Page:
Firstly, is sounds as if you possibly have a generalised anxiety disorder.
Secondly- your mind is not 'messing' with you. It's a part of you. Sometimes it can do things you don't necessarily want or wish it to do- but nevertheless, it's not intentionally working against you.
You have asthma, so it's possible that this is relational cause of your anxiety attacks. It could be that you are subconsciously anticipating an unexpected asthma attack & this is subsequently bringing on a panic attack. The reason I've mentioned about the 'generalised' part of your anxiety is that you haven't mentioned a specific situation in which you have the panic attacks (for ex; around people, when you are stressed, when you are alone, etc).
If you breathing has been checked & is fine, it does sound like you are experiencing the psychological symptoms of anxiety, which are in turn impacting on the way your body reacts to your thoughts.
Go back to your doctors and mention how you feel. He/she may be able to recommend something- not necessarily medication given your age. Or if you have a school counsellor/ pastorial worker, possibly you could have a chat with them.
What else is going on in your life that is making you feel anxious? There may be other causes, such as hormones & peer pressure/school pressure/family pressures, that you are repressing and subsequently, coming out in periods of anxiety.
I wouldn't worry to much about the pulse underneath your stomach when you are lying down- although, if you are really worried or experiencing some pain- always see your doctor & get it checked out.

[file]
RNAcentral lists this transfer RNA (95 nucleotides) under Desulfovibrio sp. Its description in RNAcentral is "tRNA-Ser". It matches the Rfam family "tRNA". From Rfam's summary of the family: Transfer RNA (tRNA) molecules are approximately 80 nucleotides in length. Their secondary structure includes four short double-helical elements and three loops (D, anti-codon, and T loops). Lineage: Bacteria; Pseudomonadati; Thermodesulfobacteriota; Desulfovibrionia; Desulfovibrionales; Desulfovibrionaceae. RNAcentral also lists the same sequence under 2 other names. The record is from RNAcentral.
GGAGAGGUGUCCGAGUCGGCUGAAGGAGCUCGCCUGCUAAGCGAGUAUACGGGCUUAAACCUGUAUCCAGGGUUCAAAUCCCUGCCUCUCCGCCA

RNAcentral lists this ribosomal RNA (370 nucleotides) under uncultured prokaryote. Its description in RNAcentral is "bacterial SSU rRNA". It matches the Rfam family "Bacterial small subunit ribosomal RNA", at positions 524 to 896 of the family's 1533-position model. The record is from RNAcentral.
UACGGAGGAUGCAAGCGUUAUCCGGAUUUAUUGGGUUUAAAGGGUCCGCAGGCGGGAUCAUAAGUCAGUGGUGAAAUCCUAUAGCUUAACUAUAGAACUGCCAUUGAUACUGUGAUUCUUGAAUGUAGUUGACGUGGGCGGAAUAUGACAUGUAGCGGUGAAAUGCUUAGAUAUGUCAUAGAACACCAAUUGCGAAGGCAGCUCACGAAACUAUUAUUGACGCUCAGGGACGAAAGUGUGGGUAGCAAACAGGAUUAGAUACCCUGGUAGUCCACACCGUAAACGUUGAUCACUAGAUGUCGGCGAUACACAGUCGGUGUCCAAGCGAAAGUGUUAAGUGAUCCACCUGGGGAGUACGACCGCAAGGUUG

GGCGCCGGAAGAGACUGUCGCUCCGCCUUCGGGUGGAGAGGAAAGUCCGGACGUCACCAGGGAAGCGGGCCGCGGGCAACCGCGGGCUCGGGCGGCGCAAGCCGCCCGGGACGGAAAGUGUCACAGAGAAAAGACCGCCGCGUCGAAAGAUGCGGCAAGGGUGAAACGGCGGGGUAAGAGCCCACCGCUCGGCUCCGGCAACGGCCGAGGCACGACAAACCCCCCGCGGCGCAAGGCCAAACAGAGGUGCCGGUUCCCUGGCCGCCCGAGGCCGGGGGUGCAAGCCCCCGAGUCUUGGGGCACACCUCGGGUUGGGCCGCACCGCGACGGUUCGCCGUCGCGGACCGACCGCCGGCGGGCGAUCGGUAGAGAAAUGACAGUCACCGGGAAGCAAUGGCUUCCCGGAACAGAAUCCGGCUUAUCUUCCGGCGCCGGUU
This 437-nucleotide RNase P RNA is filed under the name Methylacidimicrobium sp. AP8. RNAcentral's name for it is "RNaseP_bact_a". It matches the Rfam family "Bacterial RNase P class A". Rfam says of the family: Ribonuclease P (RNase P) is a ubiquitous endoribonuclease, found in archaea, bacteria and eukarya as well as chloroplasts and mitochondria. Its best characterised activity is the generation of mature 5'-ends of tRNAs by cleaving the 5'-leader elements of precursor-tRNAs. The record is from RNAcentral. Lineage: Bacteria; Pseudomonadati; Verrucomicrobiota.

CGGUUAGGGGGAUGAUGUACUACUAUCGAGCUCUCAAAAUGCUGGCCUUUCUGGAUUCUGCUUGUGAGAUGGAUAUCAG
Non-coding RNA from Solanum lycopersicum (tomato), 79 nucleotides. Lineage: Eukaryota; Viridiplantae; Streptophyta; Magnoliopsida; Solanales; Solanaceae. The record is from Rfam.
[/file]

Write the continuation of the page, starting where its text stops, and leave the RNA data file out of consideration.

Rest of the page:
The dimensions of our body change when we lie down and our organs are pushed forward by the force of gravity (effectively) pulling us & keeping us on a surface. The 'pulse' you see is probably a real pulse or signs of gas bubbles going through your system (depending on your size, place of pulse, etc).
I really hope you are feeling better soon. A few tips for when you have an anxiety attack: stay focused on a mundane thought, something like a maths equation/list of homework tasks or chores; think forward- try and keep your thoughts on future events & not the present moment. If you can- get out & take a few steady deep breaths of air- clear your head away from whatever set you off. Again, in this time- bring your thoughts on to something bigger.
An old panic attack strategy of mine is to think of space. I LOVE astro- science (sub-atomic particles, star formation, time theories, etc) & I LOVE evolution theories, so I try and focus on them. I also count things around me- glasses on a table, lamp-posts, blonde haired people- whatever I can to organise my mind & slow down my heart beat.
Adjusting your thoughts will in turn adjust your physical reactions.
Good luck & I hope you have some relief soon.